January 1

One evening, as they gathered for their evening prayer, Dad asked six-year-old Cody to give the prayer. Just as everyone knelt, Cody said, “Wait, don’t anyone leave. I have to go get something.”

Cody’s older brother, anxious to get to his bedroom, moaned, and Mom shushed him with a warning look. A few seconds later, Cody walked back into the room and laid a head of lettuce gently on the floor in front of them.

“Sweetheart, that looks interesting, but why did you bring that in here?” his mother asked as Cody knelt down, closed his eyes, and folded his arms.

Cody opened one eye and looked at Mom, surprised at her question. “Because it’s like the song says---‘Lettuce gather in a circle, and kneel in family prayer.’” (Mormon Mishaps and Mischief, by D.N. Giles and C.L. Beck, p. 87)

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Speaking with her children who were attending college, Sister Brody encouraged them to complete their education.

She told them, “Don’t fail to get a good education while you are young. It will come in handy when you have to help your children with their homework.” (Stories and Jokes of Mormon Folks, compiled by Bruce E. Dana, p. 71)

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Questions that Sunday School Teachers Dread:

“After the resurrection, will my dog Midge get to live with me, or is there a dog paradise that she has to go to?”

“If it is true that children are innocent until they are age eight, then why is my seven-year-old brother so mean?” (Latter-day Saint Wit and Wisdom, by David J. Brown, p. 65)

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Two judges at a state fair couldn’t decide which of two bulls should win the blue ribbon. Finally they picked a young boy from the crowd and asked him to pick the winner. After the awards ceremony, they asked the boy how he arrived at his decision.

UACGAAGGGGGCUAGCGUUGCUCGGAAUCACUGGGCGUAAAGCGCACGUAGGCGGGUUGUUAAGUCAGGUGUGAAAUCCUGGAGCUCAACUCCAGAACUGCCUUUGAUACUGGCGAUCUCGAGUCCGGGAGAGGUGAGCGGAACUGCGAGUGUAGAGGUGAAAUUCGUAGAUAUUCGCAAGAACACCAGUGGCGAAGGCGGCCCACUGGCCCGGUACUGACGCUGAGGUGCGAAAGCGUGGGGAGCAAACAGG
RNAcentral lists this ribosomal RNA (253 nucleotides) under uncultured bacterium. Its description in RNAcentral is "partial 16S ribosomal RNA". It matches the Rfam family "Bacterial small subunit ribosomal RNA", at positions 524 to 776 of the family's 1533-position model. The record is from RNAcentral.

“I just chose the one I thought would give the best milk,” he said. (Best-Loved Humor of the LDS People, p. 120)

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J. Golden Kimball was sent to southern Utah to supervise a stake conference, in the midst of a dry and hot southern Utah summer. As the time for his address approached, so did the noon hour and the ensuing heat. J. Golden got up to speak and (wiping the sweat from his face) said in his high-pitched voice, “This weather is unbearable. If I were the devil and owned hell and southern Utah, I’d live in hell and rent out southern Utah!”

The stake members were highly insulted and reported the event to President Heber J. Grant, demanding an apology from Brother Kimball. Under strict orders from President Grant to return and apologize to the Saints, J. Golden did return.

The weather, however, had not changed, and so in his most apologetic manner, J. Golden stood before the congregation and told them, “I am indeed sorry for any offense I may have caused any of you fine people. I certainly meant to do no harm to anyone’s feelings. But it is so damn hot down here that if I were the devil and owned hell and southern Utah, I would live in hell and rent out southern Utah!” (The J. Golden Kimball Stories, by Eric A. Eliason, p.108)

So, You’re a Primary Teacher!,  p. 56

So, You’re a Primary Teacher!, p. 56